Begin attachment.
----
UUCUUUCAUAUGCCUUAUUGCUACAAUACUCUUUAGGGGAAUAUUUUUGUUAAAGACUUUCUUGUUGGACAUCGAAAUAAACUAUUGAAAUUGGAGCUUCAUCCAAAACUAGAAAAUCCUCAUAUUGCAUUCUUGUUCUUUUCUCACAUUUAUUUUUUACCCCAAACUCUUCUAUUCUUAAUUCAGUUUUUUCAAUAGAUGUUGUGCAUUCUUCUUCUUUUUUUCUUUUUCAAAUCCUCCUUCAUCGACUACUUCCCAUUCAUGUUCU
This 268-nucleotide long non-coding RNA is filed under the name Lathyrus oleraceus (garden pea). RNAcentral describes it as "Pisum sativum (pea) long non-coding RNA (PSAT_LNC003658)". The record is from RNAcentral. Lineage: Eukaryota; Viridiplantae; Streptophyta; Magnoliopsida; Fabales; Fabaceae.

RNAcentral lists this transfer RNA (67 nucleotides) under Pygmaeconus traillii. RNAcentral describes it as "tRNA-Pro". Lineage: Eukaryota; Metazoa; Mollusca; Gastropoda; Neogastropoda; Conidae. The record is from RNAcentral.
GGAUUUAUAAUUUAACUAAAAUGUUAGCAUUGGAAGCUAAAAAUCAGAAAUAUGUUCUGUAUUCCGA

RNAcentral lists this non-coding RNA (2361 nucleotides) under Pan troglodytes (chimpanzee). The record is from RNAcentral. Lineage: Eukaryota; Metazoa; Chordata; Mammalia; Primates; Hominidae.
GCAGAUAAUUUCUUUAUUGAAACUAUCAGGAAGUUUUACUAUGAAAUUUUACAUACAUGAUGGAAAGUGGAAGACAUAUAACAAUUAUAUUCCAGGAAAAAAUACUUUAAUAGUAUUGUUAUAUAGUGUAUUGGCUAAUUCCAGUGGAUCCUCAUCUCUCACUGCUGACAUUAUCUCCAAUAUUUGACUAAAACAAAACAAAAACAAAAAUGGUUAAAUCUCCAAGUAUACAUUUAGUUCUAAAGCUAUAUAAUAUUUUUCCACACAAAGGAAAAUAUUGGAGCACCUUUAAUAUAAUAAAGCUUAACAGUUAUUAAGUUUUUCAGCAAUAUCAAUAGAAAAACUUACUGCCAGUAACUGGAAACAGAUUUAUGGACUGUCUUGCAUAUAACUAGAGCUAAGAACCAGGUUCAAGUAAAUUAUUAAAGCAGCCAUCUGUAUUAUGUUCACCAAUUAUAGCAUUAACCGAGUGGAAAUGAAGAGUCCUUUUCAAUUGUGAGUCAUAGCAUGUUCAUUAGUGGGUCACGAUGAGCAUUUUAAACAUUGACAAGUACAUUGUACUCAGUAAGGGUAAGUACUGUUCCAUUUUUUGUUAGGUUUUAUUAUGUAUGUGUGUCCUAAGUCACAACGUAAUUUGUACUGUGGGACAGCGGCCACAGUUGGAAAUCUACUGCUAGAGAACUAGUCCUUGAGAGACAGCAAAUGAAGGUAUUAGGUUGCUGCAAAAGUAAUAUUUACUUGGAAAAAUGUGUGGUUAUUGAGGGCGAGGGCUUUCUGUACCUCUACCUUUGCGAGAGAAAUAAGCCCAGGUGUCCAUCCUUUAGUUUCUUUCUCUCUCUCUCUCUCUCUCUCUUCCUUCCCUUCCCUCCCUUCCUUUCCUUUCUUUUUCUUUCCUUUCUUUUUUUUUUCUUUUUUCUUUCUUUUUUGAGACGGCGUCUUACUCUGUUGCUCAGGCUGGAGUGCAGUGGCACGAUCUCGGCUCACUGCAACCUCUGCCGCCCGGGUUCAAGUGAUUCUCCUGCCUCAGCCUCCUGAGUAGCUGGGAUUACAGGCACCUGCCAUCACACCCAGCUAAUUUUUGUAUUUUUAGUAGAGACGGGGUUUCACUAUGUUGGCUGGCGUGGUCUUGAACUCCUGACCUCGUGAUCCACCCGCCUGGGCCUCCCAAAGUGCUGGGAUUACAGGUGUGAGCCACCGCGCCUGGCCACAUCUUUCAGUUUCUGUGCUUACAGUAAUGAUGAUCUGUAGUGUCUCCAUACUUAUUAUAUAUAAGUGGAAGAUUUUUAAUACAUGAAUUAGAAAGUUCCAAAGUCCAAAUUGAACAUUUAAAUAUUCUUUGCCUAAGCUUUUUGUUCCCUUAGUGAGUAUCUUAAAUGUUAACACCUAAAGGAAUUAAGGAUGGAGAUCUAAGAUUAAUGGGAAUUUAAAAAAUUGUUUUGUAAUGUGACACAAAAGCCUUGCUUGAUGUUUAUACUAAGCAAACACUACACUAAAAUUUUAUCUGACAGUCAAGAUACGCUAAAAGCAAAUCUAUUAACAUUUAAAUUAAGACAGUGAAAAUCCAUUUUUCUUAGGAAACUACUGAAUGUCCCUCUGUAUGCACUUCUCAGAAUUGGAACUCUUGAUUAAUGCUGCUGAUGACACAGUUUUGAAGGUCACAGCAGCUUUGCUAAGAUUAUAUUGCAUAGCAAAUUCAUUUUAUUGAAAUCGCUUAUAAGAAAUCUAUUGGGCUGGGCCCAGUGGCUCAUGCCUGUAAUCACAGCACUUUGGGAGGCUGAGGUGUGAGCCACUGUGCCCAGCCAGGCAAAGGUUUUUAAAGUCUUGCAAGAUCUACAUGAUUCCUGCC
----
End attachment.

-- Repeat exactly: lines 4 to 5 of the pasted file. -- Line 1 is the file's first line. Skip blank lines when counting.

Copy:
GGAUUUAUAAUUUAACUAAAAUGUUAGCAUUGGAAGCUAAAAAUCAGAAAUAUGUUCUGUAUUCCGA

RNAcentral lists this non-coding RNA (2361 nucleotides) under Pan troglodytes (chimpanzee). The record is from RNAcentral. Lineage: Eukaryota; Metazoa; Chordata; Mammalia; Primates; Hominidae.